The people of Yemen today are waging an unwavering battle for democracy and independence. Their struggle is one of many being carried out by the people of the Middle East and North Africa against the undemocratic rulers of the region and their colonial masters in Washington and elsewhere.
The protests in Yemen began in January 2011, inspired by the uprisings in Tunisia and Egypt. Tens of thousands of people marched in the streets, demanding the government address issues of unemployment, poverty and corruption. These demands for democracy and social justice were soon followed by demands for the resignation of Yemen's president, Ali Abdullah Saleh. Protests escalated throughout January and February 2011. On March 18, 2011, a march in the capital city of Sana'a saw Yemeni security forces open fire on demonstrators, killing 52 people. However, the crackdown only served to steel the protester's resolve, and also sparked the defection of a number of high ranking officers and ministers from the military and government.
Negotiations began for Saleh to leave office, brokered by the Gulf Cooperation Council (GCC). Many of its members, Saudi Arabia most prominent among them, were concerned that protests would escalate if Saleh did not leave office, potentially threatening to spill over Yemen's borders into their own countries. However, Saleh did not leave the country until June 2011, after he was injured in an attempted assassination. In November 2011, he officially transferred power to his Vice President, Abd al-Rab Mansur al-Hadi, in exchange for immunity from prosecution. Although the official opposition council accepted this deal, many protesters were angered that Saleh would not face justice and that essentially the same government would continue with a new face.
Presidential elections were held on February 21, 2012, in which al-Hadi was the sole candidate. Not surprisingly, he won. Despite this absolute farce and mockery of democracy, the elections were hailed as a success by the United States administration and many of their allies in the Persian Gulf. In an official statement on the elections, Secretary of State Hillary Clinton said “on behalf of the United States, I want to congratulate the people of Yemen on today's successful presidential election. This is another important step forward in their democratic transition process and continues the important work of political and constitutional reform... Today's election sends a clear message that the people of Yemen are looking forward to a brighter democratic future.”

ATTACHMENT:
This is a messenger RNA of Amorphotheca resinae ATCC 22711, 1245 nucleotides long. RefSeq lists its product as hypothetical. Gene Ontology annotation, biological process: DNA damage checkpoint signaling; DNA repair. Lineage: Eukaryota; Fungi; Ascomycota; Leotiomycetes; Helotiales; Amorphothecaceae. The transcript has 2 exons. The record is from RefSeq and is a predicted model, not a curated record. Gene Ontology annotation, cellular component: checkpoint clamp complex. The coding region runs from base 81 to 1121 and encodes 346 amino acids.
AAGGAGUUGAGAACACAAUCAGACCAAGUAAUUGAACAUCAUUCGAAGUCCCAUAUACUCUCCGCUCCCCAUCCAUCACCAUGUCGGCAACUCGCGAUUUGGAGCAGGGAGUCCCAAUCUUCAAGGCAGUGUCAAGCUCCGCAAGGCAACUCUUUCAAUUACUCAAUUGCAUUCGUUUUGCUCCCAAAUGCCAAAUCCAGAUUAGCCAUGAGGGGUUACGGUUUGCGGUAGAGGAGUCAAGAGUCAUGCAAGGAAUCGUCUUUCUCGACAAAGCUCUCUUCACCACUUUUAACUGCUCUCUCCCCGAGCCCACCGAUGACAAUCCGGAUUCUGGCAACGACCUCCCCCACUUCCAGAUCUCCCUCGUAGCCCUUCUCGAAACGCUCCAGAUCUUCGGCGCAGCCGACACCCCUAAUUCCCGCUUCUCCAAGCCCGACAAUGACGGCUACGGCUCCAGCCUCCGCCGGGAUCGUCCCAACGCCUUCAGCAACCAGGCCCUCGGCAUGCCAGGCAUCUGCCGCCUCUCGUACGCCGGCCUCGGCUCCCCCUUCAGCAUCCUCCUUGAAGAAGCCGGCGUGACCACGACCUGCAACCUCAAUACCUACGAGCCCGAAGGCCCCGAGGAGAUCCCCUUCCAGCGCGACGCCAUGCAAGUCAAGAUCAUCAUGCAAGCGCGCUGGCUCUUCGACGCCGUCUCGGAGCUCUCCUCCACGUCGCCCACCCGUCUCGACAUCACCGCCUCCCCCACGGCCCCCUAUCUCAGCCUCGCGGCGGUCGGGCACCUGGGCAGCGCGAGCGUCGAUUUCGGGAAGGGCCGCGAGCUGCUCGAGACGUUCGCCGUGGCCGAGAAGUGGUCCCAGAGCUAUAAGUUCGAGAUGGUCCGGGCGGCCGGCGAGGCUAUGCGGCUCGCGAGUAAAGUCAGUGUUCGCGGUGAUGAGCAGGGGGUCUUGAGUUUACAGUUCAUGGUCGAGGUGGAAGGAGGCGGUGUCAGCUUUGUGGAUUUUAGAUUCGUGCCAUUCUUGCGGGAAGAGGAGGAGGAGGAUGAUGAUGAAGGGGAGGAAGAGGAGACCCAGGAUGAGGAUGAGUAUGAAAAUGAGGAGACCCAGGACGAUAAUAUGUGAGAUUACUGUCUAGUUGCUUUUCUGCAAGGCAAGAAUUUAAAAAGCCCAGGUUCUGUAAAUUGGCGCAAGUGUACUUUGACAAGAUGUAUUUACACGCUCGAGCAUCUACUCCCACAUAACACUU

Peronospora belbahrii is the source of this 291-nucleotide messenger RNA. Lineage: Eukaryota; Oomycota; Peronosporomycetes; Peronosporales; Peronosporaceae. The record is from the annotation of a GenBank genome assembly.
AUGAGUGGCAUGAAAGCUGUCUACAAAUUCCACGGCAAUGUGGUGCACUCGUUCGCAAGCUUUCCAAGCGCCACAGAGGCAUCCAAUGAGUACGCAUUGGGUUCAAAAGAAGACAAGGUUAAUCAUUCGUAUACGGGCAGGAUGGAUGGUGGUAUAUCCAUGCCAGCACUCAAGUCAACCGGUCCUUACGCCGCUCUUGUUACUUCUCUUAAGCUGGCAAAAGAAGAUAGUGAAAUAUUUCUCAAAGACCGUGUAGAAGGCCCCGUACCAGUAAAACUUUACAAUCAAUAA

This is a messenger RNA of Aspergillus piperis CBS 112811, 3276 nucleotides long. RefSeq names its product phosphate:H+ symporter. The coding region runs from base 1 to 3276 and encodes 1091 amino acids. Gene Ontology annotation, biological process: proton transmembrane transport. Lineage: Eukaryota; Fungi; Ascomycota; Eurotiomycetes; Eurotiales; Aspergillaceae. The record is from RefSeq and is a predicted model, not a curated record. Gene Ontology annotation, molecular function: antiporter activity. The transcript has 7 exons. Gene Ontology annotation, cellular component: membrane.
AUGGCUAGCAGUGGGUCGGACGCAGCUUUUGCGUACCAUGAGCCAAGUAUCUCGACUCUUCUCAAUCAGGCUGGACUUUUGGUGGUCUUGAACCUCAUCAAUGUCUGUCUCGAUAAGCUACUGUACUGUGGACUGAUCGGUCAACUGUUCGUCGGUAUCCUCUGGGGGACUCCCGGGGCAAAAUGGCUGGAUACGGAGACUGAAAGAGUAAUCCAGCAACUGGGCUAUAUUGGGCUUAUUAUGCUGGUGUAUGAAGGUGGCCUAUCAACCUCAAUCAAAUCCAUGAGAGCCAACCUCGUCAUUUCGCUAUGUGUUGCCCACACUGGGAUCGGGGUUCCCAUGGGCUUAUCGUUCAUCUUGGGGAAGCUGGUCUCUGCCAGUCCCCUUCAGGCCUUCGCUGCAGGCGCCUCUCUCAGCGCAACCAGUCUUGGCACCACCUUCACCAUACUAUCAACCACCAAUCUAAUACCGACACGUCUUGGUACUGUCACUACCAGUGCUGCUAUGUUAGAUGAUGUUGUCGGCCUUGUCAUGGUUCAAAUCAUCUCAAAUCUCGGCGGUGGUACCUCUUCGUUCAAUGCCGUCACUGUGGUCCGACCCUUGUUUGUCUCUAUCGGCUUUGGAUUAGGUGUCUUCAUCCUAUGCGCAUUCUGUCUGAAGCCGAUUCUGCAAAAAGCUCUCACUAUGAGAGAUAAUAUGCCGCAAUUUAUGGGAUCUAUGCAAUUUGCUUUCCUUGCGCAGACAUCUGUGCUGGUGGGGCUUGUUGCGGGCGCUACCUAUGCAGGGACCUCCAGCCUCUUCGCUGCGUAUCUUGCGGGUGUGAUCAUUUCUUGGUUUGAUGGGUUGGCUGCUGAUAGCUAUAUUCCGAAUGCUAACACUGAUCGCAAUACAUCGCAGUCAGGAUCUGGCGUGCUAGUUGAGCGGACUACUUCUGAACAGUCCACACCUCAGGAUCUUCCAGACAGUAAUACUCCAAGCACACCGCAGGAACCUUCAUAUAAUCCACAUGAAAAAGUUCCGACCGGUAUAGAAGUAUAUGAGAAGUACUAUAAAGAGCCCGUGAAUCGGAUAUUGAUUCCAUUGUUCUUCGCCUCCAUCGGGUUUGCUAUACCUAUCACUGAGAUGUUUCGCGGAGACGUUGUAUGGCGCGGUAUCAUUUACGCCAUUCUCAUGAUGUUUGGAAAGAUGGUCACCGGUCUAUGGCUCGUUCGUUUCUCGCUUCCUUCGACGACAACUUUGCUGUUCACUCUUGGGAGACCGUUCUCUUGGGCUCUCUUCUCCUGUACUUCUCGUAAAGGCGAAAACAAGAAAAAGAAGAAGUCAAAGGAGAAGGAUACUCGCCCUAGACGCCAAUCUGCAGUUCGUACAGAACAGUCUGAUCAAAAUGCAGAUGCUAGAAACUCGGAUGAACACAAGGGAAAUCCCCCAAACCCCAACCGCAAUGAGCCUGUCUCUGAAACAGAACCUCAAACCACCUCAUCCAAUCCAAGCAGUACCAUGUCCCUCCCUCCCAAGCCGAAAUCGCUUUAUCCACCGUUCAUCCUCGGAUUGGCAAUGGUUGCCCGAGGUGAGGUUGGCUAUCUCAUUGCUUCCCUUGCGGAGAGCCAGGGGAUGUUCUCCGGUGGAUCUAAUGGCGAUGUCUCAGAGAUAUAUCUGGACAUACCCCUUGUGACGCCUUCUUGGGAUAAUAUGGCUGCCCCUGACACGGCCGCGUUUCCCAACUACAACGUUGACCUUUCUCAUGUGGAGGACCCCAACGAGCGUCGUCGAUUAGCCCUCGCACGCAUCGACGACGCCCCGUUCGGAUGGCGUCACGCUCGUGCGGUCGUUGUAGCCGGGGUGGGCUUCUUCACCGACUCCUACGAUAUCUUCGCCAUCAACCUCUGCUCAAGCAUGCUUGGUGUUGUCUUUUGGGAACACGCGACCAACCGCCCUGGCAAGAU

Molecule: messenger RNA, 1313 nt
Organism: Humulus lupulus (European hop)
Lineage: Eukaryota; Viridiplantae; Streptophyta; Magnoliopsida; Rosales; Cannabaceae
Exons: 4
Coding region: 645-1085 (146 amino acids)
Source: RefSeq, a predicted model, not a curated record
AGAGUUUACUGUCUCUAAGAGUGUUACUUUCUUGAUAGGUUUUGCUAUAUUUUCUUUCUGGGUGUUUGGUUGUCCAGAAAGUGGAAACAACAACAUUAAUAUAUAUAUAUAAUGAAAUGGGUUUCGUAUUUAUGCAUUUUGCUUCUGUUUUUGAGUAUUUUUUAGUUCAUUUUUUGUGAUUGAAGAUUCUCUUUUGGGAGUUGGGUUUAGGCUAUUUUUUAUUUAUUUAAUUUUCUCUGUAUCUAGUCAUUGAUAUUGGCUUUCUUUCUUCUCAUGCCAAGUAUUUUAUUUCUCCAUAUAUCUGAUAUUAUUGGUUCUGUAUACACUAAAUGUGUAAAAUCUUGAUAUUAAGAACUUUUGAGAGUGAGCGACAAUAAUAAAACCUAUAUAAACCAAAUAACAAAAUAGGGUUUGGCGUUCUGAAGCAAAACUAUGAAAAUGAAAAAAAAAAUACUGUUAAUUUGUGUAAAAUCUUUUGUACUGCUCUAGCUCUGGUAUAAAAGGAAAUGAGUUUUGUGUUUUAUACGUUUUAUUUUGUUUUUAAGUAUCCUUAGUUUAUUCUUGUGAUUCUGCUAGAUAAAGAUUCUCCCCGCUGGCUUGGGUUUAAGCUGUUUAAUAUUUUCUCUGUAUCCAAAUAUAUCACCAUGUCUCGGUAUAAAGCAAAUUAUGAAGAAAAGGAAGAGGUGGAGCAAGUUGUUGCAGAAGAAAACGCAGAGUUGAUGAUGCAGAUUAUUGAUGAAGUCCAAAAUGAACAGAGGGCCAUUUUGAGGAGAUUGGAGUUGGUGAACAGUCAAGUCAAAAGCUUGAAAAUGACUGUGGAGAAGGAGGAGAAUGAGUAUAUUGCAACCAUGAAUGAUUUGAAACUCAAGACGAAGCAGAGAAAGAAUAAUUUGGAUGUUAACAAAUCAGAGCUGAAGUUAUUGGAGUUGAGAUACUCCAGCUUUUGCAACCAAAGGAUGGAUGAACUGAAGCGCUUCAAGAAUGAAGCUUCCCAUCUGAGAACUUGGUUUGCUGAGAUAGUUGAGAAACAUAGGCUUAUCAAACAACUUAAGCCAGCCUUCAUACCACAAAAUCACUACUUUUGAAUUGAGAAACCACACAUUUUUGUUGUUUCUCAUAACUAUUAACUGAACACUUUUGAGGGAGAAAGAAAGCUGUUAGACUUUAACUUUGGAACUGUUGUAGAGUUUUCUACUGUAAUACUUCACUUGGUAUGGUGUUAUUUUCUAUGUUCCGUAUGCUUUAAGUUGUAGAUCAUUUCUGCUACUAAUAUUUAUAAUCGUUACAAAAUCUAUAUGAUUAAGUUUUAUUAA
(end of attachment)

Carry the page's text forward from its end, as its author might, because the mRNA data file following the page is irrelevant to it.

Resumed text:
Although many in Yemen celebrated the departure of Saleh, it is clear that little will change under al-Hadi's rule, despite his promises to address conditions of poverty and unemployment. Every Friday, tens of thousands have been gathering in cities across Yemen to demand the removal of Saleh's relatives and allies from key military and security positions and an end to interference in Yemen by the US and Saudi Arabia.
Social and Economic Roots of the Protests
The Romans called the area which is today Yemen “Arabia Felix”, or Happy Arabia for its lush land and fertile soil which supported thriving communities within a mostly dry and barren desert landscape. However, despite the country's plentiful resources, the people of Yemen today do not live in the fortunate circumstances the Romans once coveted. Yemen is the poorest country in the Arab world, ranking 154th out of 187 countries on the UN's Human Development Index. Although its major cities like Sana'a and Aden look thriving and modern from an outside view, the reality is that most of the country's citizens are struggling to survive. Forty-two percent of the population lives on less than $2 a day, according to the United Nations Development Programme, and over half of the population is chronically malnourished. The depth of the problem is revealed jarringly with horrifying images of skin-and-bone children from across the country. UNICEF reports that over a million of Yemeni children are severely malnourished, resulting in stunted growth and chronic health problems. This number of starving children is second only to Afghanistan.
Yemen also faces the challenges of low levels of development. Over half of the population has no access to an improved water source such as a well, instead getting their water from often-contaminated rivers, lakes and streams. More than three quarters of the population do not have access to even such basic improved sanitation facilities such as an outhouse, resulting in outbreaks of cholera and other diseases.